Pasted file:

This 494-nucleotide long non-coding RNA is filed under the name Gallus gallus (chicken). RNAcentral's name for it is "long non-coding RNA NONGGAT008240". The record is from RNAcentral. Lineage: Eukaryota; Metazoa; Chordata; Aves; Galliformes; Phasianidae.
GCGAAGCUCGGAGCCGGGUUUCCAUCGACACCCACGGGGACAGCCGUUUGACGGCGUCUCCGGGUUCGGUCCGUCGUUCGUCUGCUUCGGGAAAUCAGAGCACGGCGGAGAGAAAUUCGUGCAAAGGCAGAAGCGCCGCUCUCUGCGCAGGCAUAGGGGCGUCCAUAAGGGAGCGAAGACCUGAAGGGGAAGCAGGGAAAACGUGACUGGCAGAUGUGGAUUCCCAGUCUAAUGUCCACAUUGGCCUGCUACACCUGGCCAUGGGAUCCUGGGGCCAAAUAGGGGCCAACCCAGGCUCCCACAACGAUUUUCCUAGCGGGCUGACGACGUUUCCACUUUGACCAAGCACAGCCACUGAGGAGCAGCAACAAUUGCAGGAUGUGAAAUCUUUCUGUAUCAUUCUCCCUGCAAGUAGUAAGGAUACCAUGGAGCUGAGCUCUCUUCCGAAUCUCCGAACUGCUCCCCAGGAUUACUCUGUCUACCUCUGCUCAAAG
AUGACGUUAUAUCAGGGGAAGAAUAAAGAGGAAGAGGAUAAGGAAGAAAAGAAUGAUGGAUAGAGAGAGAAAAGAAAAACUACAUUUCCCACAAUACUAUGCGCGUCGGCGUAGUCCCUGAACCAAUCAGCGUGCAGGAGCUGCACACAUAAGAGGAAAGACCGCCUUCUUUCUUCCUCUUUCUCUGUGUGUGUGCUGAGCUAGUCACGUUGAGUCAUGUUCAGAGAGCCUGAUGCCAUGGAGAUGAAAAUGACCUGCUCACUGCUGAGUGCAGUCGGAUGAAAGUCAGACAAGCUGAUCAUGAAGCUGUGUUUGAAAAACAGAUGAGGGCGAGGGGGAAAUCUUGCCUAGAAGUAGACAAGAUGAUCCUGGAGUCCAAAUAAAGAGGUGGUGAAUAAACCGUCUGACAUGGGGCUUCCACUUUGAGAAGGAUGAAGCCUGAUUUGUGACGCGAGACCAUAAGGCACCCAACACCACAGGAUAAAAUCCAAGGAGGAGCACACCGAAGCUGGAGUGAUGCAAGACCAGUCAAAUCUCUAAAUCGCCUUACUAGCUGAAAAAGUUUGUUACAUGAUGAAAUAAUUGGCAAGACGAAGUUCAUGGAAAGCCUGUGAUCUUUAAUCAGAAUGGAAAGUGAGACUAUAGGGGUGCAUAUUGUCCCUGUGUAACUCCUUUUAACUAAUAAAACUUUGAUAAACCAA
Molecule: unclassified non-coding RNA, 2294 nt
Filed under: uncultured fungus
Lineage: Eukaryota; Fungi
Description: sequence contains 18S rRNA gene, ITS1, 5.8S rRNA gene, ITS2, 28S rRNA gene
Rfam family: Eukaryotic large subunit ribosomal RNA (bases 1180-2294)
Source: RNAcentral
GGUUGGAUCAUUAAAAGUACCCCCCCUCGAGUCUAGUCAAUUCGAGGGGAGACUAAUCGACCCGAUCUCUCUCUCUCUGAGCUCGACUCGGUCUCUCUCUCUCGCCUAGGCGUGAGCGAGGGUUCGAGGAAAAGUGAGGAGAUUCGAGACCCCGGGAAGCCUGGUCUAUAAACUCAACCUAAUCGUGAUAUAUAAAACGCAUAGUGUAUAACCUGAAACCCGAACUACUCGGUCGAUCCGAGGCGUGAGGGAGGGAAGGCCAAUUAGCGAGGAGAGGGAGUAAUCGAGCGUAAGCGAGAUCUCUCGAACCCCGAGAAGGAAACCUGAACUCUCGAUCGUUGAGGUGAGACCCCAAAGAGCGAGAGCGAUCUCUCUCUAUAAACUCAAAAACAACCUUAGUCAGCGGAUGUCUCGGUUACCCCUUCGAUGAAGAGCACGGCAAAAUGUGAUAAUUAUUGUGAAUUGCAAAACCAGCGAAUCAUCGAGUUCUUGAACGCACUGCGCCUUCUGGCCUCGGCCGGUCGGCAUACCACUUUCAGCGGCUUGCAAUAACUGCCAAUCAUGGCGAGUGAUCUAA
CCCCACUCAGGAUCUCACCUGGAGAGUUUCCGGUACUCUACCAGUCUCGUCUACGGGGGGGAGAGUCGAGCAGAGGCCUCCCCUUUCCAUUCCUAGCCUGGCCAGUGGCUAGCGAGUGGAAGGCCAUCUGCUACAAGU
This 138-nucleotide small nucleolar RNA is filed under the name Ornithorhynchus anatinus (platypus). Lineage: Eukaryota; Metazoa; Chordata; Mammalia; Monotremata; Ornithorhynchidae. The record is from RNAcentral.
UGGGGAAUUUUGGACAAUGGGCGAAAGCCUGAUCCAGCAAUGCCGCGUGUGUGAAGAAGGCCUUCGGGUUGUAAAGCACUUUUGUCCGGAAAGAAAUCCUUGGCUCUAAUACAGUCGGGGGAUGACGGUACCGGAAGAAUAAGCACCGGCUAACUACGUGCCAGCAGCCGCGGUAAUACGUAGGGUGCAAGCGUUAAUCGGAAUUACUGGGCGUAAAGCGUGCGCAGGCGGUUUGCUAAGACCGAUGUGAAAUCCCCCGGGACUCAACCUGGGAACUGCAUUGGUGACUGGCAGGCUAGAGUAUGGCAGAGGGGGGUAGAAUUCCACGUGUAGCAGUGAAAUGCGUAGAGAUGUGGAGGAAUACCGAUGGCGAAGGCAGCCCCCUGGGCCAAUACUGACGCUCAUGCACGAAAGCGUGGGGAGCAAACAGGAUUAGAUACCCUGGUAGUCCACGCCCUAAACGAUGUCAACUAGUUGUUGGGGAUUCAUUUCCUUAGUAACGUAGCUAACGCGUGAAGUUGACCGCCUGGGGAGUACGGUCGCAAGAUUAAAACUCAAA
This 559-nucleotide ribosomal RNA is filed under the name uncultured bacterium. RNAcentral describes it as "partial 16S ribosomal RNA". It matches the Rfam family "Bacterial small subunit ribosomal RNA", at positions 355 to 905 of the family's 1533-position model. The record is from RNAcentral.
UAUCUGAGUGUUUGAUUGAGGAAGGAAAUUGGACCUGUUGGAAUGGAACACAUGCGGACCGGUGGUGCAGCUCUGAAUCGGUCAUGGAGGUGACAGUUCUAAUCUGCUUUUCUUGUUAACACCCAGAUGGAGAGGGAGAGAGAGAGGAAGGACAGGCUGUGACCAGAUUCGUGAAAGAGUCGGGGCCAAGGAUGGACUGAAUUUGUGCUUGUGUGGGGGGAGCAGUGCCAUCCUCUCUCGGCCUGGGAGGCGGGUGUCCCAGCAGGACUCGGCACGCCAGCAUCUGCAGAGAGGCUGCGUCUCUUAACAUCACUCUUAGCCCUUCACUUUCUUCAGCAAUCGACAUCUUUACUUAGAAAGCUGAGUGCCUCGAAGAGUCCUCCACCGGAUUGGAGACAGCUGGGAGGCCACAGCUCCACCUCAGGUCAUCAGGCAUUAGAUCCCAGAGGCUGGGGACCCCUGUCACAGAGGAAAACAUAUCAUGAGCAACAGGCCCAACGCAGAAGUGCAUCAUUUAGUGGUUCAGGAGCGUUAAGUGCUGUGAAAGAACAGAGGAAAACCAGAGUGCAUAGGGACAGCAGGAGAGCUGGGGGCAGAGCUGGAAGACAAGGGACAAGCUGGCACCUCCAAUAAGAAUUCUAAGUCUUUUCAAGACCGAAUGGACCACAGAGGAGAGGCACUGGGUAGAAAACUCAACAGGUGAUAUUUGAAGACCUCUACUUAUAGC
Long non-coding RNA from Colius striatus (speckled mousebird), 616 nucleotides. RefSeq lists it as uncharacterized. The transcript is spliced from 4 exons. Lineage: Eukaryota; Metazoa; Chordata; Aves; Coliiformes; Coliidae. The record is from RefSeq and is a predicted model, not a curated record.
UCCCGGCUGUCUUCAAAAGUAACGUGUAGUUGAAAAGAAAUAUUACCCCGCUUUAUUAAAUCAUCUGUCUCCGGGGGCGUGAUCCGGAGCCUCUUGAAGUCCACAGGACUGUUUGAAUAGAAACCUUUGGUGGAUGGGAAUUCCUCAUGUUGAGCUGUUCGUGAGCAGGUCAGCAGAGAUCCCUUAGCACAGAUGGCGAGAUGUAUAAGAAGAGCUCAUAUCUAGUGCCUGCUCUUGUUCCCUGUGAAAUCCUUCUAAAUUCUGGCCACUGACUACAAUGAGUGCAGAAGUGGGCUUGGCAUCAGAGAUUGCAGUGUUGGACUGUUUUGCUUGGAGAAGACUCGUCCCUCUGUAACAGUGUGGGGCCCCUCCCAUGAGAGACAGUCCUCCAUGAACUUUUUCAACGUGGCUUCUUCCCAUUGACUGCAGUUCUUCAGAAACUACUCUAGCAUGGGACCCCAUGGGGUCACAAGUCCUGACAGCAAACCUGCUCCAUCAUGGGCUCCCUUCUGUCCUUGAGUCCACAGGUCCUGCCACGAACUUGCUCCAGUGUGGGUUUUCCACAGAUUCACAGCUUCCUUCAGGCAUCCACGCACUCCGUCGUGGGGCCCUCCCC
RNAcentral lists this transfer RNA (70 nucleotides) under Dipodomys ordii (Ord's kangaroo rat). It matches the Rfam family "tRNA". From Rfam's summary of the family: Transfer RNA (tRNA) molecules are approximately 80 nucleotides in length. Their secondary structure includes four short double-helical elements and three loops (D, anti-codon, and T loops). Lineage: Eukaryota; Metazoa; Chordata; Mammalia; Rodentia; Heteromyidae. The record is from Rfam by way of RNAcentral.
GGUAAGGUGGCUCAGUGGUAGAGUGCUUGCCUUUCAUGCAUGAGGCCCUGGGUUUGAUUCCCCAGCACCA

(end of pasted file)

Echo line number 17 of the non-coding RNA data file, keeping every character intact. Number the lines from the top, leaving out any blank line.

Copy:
UCCCGGCUGUCUUCAAAAGUAACGUGUAGUUGAAAAGAAAUAUUACCCCGCUUUAUUAAAUCAUCUGUCUCCGGGGGCGUGAUCCGGAGCCUCUUGAAGUCCACAGGACUGUUUGAAUAGAAACCUUUGGUGGAUGGGAAUUCCUCAUGUUGAGCUGUUCGUGAGCAGGUCAGCAGAGAUCCCUUAGCACAGAUGGCGAGAUGUAUAAGAAGAGCUCAUAUCUAGUGCCUGCUCUUGUUCCCUGUGAAAUCCUUCUAAAUUCUGGCCACUGACUACAAUGAGUGCAGAAGUGGGCUUGGCAUCAGAGAUUGCAGUGUUGGACUGUUUUGCUUGGAGAAGACUCGUCCCUCUGUAACAGUGUGGGGCCCCUCCCAUGAGAGACAGUCCUCCAUGAACUUUUUCAACGUGGCUUCUUCCCAUUGACUGCAGUUCUUCAGAAACUACUCUAGCAUGGGACCCCAUGGGGUCACAAGUCCUGACAGCAAACCUGCUCCAUCAUGGGCUCCCUUCUGUCCUUGAGUCCACAGGUCCUGCCACGAACUUGCUCCAGUGUGGGUUUUCCACAGAUUCACAGCUUCCUUCAGGCAUCCACGCACUCCGUCGUGGGGCCCUCCCC